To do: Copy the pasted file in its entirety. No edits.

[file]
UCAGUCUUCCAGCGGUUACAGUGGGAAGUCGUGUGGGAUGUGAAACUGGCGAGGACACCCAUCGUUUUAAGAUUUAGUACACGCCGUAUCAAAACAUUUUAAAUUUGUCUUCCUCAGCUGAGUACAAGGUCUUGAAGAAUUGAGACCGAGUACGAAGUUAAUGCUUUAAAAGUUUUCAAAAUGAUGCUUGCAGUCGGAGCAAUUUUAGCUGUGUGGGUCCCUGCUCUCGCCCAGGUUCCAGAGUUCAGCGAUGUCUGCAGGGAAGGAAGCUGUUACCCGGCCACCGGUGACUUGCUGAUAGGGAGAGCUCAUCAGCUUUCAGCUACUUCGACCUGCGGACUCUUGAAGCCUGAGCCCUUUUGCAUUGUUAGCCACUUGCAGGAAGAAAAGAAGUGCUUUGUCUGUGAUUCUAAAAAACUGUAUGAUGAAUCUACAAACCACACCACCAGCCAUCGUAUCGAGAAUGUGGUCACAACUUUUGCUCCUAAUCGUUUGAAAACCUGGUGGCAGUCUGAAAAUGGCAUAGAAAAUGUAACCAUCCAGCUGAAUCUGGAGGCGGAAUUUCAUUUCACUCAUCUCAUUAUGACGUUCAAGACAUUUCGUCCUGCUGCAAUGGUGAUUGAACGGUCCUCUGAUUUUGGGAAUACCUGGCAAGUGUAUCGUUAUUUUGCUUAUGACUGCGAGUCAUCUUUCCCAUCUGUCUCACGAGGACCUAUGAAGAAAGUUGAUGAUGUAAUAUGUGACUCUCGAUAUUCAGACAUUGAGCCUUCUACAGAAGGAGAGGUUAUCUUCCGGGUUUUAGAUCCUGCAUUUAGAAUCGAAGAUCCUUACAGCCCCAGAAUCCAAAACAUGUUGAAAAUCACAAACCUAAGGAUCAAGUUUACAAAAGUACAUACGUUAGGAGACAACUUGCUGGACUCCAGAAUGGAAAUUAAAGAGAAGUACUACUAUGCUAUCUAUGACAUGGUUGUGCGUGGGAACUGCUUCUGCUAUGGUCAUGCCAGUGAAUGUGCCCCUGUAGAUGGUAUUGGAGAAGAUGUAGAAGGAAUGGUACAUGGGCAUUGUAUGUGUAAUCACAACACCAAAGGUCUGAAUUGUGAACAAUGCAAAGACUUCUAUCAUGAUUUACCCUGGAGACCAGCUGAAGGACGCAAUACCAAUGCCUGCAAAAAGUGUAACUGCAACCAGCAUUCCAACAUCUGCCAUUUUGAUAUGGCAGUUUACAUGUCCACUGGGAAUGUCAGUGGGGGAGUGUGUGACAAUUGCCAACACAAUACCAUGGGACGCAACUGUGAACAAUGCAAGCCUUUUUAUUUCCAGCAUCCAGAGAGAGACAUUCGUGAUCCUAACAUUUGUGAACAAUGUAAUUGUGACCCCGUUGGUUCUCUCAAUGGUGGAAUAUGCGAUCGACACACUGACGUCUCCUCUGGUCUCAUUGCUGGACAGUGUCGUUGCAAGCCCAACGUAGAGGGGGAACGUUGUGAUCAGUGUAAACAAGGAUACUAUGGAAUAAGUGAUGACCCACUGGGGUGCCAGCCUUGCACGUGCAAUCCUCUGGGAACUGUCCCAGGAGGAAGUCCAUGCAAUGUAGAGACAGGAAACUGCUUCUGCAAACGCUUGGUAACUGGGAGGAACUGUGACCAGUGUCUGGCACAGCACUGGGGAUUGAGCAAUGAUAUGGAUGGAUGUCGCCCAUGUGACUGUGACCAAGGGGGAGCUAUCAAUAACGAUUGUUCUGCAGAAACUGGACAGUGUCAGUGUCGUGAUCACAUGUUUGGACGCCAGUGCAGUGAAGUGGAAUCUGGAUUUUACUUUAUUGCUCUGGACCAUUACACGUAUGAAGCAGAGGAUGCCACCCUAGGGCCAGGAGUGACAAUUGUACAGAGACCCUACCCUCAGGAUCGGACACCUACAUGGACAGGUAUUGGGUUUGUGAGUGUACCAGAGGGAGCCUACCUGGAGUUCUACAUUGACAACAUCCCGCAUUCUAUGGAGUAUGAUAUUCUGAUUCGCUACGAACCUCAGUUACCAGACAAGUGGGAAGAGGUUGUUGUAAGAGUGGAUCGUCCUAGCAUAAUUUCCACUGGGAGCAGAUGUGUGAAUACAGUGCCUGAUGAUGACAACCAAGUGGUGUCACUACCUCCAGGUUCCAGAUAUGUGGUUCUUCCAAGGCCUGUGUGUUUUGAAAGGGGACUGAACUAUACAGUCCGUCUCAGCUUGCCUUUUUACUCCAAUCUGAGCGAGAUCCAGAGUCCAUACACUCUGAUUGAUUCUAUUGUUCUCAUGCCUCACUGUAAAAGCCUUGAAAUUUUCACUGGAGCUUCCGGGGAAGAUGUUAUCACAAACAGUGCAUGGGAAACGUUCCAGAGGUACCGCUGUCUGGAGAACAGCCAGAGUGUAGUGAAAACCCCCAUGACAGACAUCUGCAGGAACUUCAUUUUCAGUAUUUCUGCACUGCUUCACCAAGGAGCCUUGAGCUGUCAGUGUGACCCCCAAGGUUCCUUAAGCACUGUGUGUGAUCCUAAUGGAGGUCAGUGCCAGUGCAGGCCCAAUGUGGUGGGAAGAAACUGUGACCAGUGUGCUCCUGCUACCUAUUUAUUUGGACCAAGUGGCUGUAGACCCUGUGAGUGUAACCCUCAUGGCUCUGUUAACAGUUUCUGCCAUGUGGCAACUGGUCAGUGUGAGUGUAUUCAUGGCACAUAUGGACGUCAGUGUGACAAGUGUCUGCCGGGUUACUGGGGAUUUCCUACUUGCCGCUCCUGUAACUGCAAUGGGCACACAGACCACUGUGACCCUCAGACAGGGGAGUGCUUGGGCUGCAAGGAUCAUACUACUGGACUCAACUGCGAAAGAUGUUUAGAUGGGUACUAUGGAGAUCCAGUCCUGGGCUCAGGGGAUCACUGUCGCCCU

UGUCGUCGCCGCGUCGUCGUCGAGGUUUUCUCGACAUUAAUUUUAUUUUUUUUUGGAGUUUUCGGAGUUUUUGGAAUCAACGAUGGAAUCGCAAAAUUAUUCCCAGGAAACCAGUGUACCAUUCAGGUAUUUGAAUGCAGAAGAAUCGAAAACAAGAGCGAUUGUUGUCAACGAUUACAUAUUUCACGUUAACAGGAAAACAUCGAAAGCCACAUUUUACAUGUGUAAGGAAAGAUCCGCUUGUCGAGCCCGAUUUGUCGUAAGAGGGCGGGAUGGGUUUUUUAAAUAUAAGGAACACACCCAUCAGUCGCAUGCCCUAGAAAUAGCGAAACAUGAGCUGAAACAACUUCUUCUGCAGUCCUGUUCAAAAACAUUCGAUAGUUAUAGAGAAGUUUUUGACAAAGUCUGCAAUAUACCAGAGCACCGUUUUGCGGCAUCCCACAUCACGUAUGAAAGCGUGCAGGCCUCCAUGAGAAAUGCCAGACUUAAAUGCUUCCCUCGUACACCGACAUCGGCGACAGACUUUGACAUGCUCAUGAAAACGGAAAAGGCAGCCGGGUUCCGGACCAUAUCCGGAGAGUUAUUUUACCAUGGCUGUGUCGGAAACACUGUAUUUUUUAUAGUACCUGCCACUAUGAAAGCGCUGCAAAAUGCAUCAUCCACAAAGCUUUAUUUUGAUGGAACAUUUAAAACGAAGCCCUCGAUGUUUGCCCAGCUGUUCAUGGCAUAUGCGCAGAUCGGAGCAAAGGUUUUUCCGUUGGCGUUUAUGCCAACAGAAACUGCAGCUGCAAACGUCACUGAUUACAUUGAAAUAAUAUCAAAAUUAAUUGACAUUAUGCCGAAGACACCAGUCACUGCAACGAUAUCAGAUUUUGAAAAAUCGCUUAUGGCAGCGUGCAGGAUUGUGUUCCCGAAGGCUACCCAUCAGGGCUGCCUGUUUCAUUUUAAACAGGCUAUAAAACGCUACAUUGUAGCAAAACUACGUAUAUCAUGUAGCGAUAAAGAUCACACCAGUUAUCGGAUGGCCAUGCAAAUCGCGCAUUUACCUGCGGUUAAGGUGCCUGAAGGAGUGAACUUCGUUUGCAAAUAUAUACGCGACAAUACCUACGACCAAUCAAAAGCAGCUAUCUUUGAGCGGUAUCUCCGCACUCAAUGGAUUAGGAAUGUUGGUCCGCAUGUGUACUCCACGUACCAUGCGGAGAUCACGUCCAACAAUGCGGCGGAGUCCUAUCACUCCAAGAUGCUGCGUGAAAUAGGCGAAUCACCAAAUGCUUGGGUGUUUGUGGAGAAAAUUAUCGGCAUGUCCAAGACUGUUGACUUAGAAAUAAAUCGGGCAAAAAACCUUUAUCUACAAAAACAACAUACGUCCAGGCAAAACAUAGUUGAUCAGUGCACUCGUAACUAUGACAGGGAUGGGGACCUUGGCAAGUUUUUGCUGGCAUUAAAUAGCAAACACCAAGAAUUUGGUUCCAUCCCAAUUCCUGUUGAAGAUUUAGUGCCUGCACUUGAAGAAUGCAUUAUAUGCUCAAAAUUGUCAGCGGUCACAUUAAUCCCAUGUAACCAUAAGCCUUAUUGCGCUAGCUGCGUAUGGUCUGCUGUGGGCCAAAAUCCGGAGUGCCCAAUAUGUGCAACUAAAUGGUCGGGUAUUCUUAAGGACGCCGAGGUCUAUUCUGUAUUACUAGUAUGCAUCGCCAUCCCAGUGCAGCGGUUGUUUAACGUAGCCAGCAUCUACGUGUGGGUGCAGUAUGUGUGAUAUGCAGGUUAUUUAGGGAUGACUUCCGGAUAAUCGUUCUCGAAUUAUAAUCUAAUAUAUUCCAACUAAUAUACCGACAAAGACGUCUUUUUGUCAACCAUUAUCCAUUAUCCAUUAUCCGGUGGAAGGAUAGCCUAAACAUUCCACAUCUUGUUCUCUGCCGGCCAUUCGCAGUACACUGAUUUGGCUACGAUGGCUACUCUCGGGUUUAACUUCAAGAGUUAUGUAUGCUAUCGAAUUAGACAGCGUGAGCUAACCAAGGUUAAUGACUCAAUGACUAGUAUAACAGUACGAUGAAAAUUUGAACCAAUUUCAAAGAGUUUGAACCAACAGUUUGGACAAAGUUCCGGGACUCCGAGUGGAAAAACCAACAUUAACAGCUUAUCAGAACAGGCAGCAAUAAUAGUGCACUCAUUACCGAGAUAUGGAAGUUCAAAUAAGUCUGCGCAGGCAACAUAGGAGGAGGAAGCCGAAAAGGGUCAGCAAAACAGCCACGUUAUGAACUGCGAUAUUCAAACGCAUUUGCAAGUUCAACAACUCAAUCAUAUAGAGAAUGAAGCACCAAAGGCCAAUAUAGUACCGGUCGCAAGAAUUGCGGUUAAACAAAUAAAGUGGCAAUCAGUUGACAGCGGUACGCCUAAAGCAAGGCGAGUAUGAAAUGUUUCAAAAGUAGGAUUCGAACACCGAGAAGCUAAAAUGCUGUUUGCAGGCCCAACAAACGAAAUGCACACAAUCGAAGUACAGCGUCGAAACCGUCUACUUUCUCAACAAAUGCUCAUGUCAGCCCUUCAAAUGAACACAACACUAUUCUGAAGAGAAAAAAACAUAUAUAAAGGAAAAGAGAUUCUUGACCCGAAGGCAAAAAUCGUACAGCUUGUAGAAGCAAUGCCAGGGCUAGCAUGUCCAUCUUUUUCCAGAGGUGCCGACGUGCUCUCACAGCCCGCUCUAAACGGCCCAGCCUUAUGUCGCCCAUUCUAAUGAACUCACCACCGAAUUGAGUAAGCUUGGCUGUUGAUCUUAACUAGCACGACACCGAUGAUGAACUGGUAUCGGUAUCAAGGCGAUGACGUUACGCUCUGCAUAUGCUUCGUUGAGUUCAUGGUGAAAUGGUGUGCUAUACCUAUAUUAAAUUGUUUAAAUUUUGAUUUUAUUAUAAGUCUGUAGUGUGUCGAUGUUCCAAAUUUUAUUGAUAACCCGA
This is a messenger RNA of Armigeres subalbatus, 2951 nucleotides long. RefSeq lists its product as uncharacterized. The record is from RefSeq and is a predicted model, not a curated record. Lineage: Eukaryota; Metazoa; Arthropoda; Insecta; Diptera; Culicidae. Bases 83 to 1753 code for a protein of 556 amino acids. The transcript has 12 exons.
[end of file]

UCAGUCUUCCAGCGGUUACAGUGGGAAGUCGUGUGGGAUGUGAAACUGGCGAGGACACCCAUCGUUUUAAGAUUUAGUACACGCCGUAUCAAAACAUUUUAAAUUUGUCUUCCUCAGCUGAGUACAAGGUCUUGAAGAAUUGAGACCGAGUACGAAGUUAAUGCUUUAAAAGUUUUCAAAAUGAUGCUUGCAGUCGGAGCAAUUUUAGCUGUGUGGGUCCCUGCUCUCGCCCAGGUUCCAGAGUUCAGCGAUGUCUGCAGGGAAGGAAGCUGUUACCCGGCCACCGGUGACUUGCUGAUAGGGAGAGCUCAUCAGCUUUCAGCUACUUCGACCUGCGGACUCUUGAAGCCUGAGCCCUUUUGCAUUGUUAGCCACUUGCAGGAAGAAAAGAAGUGCUUUGUCUGUGAUUCUAAAAAACUGUAUGAUGAAUCUACAAACCACACCACCAGCCAUCGUAUCGAGAAUGUGGUCACAACUUUUGCUCCUAAUCGUUUGAAAACCUGGUGGCAGUCUGAAAAUGGCAUAGAAAAUGUAACCAUCCAGCUGAAUCUGGAGGCGGAAUUUCAUUUCACUCAUCUCAUUAUGACGUUCAAGACAUUUCGUCCUGCUGCAAUGGUGAUUGAACGGUCCUCUGAUUUUGGGAAUACCUGGCAAGUGUAUCGUUAUUUUGCUUAUGACUGCGAGUCAUCUUUCCCAUCUGUCUCACGAGGACCUAUGAAGAAAGUUGAUGAUGUAAUAUGUGACUCUCGAUAUUCAGACAUUGAGCCUUCUACAGAAGGAGAGGUUAUCUUCCGGGUUUUAGAUCCUGCAUUUAGAAUCGAAGAUCCUUACAGCCCCAGAAUCCAAAACAUGUUGAAAAUCACAAACCUAAGGAUCAAGUUUACAAAAGUACAUACGUUAGGAGACAACUUGCUGGACUCCAGAAUGGAAAUUAAAGAGAAGUACUACUAUGCUAUCUAUGACAUGGUUGUGCGUGGGAACUGCUUCUGCUAUGGUCAUGCCAGUGAAUGUGCCCCUGUAGAUGGUAUUGGAGAAGAUGUAGAAGGAAUGGUACAUGGGCAUUGUAUGUGUAAUCACAACACCAAAGGUCUGAAUUGUGAACAAUGCAAAGACUUCUAUCAUGAUUUACCCUGGAGACCAGCUGAAGGACGCAAUACCAAUGCCUGCAAAAAGUGUAACUGCAACCAGCAUUCCAACAUCUGCCAUUUUGAUAUGGCAGUUUACAUGUCCACUGGGAAUGUCAGUGGGGGAGUGUGUGACAAUUGCCAACACAAUACCAUGGGACGCAACUGUGAACAAUGCAAGCCUUUUUAUUUCCAGCAUCCAGAGAGAGACAUUCGUGAUCCUAACAUUUGUGAACAAUGUAAUUGUGACCCCGUUGGUUCUCUCAAUGGUGGAAUAUGCGAUCGACACACUGACGUCUCCUCUGGUCUCAUUGCUGGACAGUGUCGUUGCAAGCCCAACGUAGAGGGGGAACGUUGUGAUCAGUGUAAACAAGGAUACUAUGGAAUAAGUGAUGACCCACUGGGGUGCCAGCCUUGCACGUGCAAUCCUCUGGGAACUGUCCCAGGAGGAAGUCCAUGCAAUGUAGAGACAGGAAACUGCUUCUGCAAACGCUUGGUAACUGGGAGGAACUGUGACCAGUGUCUGGCACAGCACUGGGGAUUGAGCAAUGAUAUGGAUGGAUGUCGCCCAUGUGACUGUGACCAAGGGGGAGCUAUCAAUAACGAUUGUUCUGCAGAAACUGGACAGUGUCAGUGUCGUGAUCACAUGUUUGGACGCCAGUGCAGUGAAGUGGAAUCUGGAUUUUACUUUAUUGCUCUGGACCAUUACACGUAUGAAGCAGAGGAUGCCACCCUAGGGCCAGGAGUGACAAUUGUACAGAGACCCUACCCUCAGGAUCGGACACCUACAUGGACAGGUAUUGGGUUUGUGAGUGUACCAGAGGGAGCCUACCUGGAGUUCUACAUUGACAACAUCCCGCAUUCUAUGGAGUAUGAUAUUCUGAUUCGCUACGAACCUCAGUUACCAGACAAGUGGGAAGAGGUUGUUGUAAGAGUGGAUCGUCCUAGCAUAAUUUCCACUGGGAGCAGAUGUGUGAAUACAGUGCCUGAUGAUGACAACCAAGUGGUGUCACUACCUCCAGGUUCCAGAUAUGUGGUUCUUCCAAGGCCUGUGUGUUUUGAAAGGGGACUGAACUAUACAGUCCGUCUCAGCUUGCCUUUUUACUCCAAUCUGAGCGAGAUCCAGAGUCCAUACACUCUGAUUGAUUCUAUUGUUCUCAUGCCUCACUGUAAAAGCCUUGAAAUUUUCACUGGAGCUUCCGGGGAAGAUGUUAUCACAAACAGUGCAUGGGAAACGUUCCAGAGGUACCGCUGUCUGGAGAACAGCCAGAGUGUAGUGAAAACCCCCAUGACAGACAUCUGCAGGAACUUCAUUUUCAGUAUUUCUGCACUGCUUCACCAAGGAGCCUUGAGCUGUCAGUGUGACCCCCAAGGUUCCUUAAGCACUGUGUGUGAUCCUAAUGGAGGUCAGUGCCAGUGCAGGCCCAAUGUGGUGGGAAGAAACUGUGACCAGUGUGCUCCUGCUACCUAUUUAUUUGGACCAAGUGGCUGUAGACCCUGUGAGUGUAACCCUCAUGGCUCUGUUAACAGUUUCUGCCAUGUGGCAACUGGUCAGUGUGAGUGUAUUCAUGGCACAUAUGGACGUCAGUGUGACAAGUGUCUGCCGGGUUACUGGGGAUUUCCUACUUGCCGCUCCUGUAACUGCAAUGGGCACACAGACCACUGUGACCCUCAGACAGGGGAGUGCUUGGGCUGCAAGGAUCAUACUACUGGACUCAACUGCGAAAGAUGUUUAGAUGGGUACUAUGGAGAUCCAGUCCUGGGCUCAGGGGAUCACUGUCGCCCU

UGUCGUCGCCGCGUCGUCGUCGAGGUUUUCUCGACAUUAAUUUUAUUUUUUUUUGGAGUUUUCGGAGUUUUUGGAAUCAACGAUGGAAUCGCAAAAUUAUUCCCAGGAAACCAGUGUACCAUUCAGGUAUUUGAAUGCAGAAGAAUCGAAAACAAGAGCGAUUGUUGUCAACGAUUACAUAUUUCACGUUAACAGGAAAACAUCGAAAGCCACAUUUUACAUGUGUAAGGAAAGAUCCGCUUGUCGAGCCCGAUUUGUCGUAAGAGGGCGGGAUGGGUUUUUUAAAUAUAAGGAACACACCCAUCAGUCGCAUGCCCUAGAAAUAGCGAAACAUGAGCUGAAACAACUUCUUCUGCAGUCCUGUUCAAAAACAUUCGAUAGUUAUAGAGAAGUUUUUGACAAAGUCUGCAAUAUACCAGAGCACCGUUUUGCGGCAUCCCACAUCACGUAUGAAAGCGUGCAGGCCUCCAUGAGAAAUGCCAGACUUAAAUGCUUCCCUCGUACACCGACAUCGGCGACAGACUUUGACAUGCUCAUGAAAACGGAAAAGGCAGCCGGGUUCCGGACCAUAUCCGGAGAGUUAUUUUACCAUGGCUGUGUCGGAAACACUGUAUUUUUUAUAGUACCUGCCACUAUGAAAGCGCUGCAAAAUGCAUCAUCCACAAAGCUUUAUUUUGAUGGAACAUUUAAAACGAAGCCCUCGAUGUUUGCCCAGCUGUUCAUGGCAUAUGCGCAGAUCGGAGCAAAGGUUUUUCCGUUGGCGUUUAUGCCAACAGAAACUGCAGCUGCAAACGUCACUGAUUACAUUGAAAUAAUAUCAAAAUUAAUUGACAUUAUGCCGAAGACACCAGUCACUGCAACGAUAUCAGAUUUUGAAAAAUCGCUUAUGGCAGCGUGCAGGAUUGUGUUCCCGAAGGCUACCCAUCAGGGCUGCCUGUUUCAUUUUAAACAGGCUAUAAAACGCUACAUUGUAGCAAAACUACGUAUAUCAUGUAGCGAUAAAGAUCACACCAGUUAUCGGAUGGCCAUGCAAAUCGCGCAUUUACCUGCGGUUAAGGUGCCUGAAGGAGUGAACUUCGUUUGCAAAUAUAUACGCGACAAUACCUACGACCAAUCAAAAGCAGCUAUCUUUGAGCGGUAUCUCCGCACUCAAUGGAUUAGGAAUGUUGGUCCGCAUGUGUACUCCACGUACCAUGCGGAGAUCACGUCCAACAAUGCGGCGGAGUCCUAUCACUCCAAGAUGCUGCGUGAAAUAGGCGAAUCACCAAAUGCUUGGGUGUUUGUGGAGAAAAUUAUCGGCAUGUCCAAGACUGUUGACUUAGAAAUAAAUCGGGCAAAAAACCUUUAUCUACAAAAACAACAUACGUCCAGGCAAAACAUAGUUGAUCAGUGCACUCGUAACUAUGACAGGGAUGGGGACCUUGGCAAGUUUUUGCUGGCAUUAAAUAGCAAACACCAAGAAUUUGGUUCCAUCCCAAUUCCUGUUGAAGAUUUAGUGCCUGCACUUGAAGAAUGCAUUAUAUGCUCAAAAUUGUCAGCGGUCACAUUAAUCCCAUGUAACCAUAAGCCUUAUUGCGCUAGCUGCGUAUGGUCUGCUGUGGGCCAAAAUCCGGAGUGCCCAAUAUGUGCAACUAAAUGGUCGGGUAUUCUUAAGGACGCCGAGGUCUAUUCUGUAUUACUAGUAUGCAUCGCCAUCCCAGUGCAGCGGUUGUUUAACGUAGCCAGCAUCUACGUGUGGGUGCAGUAUGUGUGAUAUGCAGGUUAUUUAGGGAUGACUUCCGGAUAAUCGUUCUCGAAUUAUAAUCUAAUAUAUUCCAACUAAUAUACCGACAAAGACGUCUUUUUGUCAACCAUUAUCCAUUAUCCAUUAUCCGGUGGAAGGAUAGCCUAAACAUUCCACAUCUUGUUCUCUGCCGGCCAUUCGCAGUACACUGAUUUGGCUACGAUGGCUACUCUCGGGUUUAACUUCAAGAGUUAUGUAUGCUAUCGAAUUAGACAGCGUGAGCUAACCAAGGUUAAUGACUCAAUGACUAGUAUAACAGUACGAUGAAAAUUUGAACCAAUUUCAAAGAGUUUGAACCAACAGUUUGGACAAAGUUCCGGGACUCCGAGUGGAAAAACCAACAUUAACAGCUUAUCAGAACAGGCAGCAAUAAUAGUGCACUCAUUACCGAGAUAUGGAAGUUCAAAUAAGUCUGCGCAGGCAACAUAGGAGGAGGAAGCCGAAAAGGGUCAGCAAAACAGCCACGUUAUGAACUGCGAUAUUCAAACGCAUUUGCAAGUUCAACAACUCAAUCAUAUAGAGAAUGAAGCACCAAAGGCCAAUAUAGUACCGGUCGCAAGAAUUGCGGUUAAACAAAUAAAGUGGCAAUCAGUUGACAGCGGUACGCCUAAAGCAAGGCGAGUAUGAAAUGUUUCAAAAGUAGGAUUCGAACACCGAGAAGCUAAAAUGCUGUUUGCAGGCCCAACAAACGAAAUGCACACAAUCGAAGUACAGCGUCGAAACCGUCUACUUUCUCAACAAAUGCUCAUGUCAGCCCUUCAAAUGAACACAACACUAUUCUGAAGAGAAAAAAACAUAUAUAAAGGAAAAGAGAUUCUUGACCCGAAGGCAAAAAUCGUACAGCUUGUAGAAGCAAUGCCAGGGCUAGCAUGUCCAUCUUUUUCCAGAGGUGCCGACGUGCUCUCACAGCCCGCUCUAAACGGCCCAGCCUUAUGUCGCCCAUUCUAAUGAACUCACCACCGAAUUGAGUAAGCUUGGCUGUUGAUCUUAACUAGCACGACACCGAUGAUGAACUGGUAUCGGUAUCAAGGCGAUGACGUUACGCUCUGCAUAUGCUUCGUUGAGUUCAUGGUGAAAUGGUGUGCUAUACCUAUAUUAAAUUGUUUAAAUUUUGAUUUUAUUAUAAGUCUGUAGUGUGUCGAUGUUCCAAAUUUUAUUGAUAACCCGA
This is a messenger RNA of Armigeres subalbatus, 2951 nucleotides long. RefSeq lists its product as uncharacterized. The record is from RefSeq and is a predicted model, not a curated record. Lineage: Eukaryota; Metazoa; Arthropoda; Insecta; Diptera; Culicidae. Bases 83 to 1753 code for a protein of 556 amino acids. The transcript has 12 exons.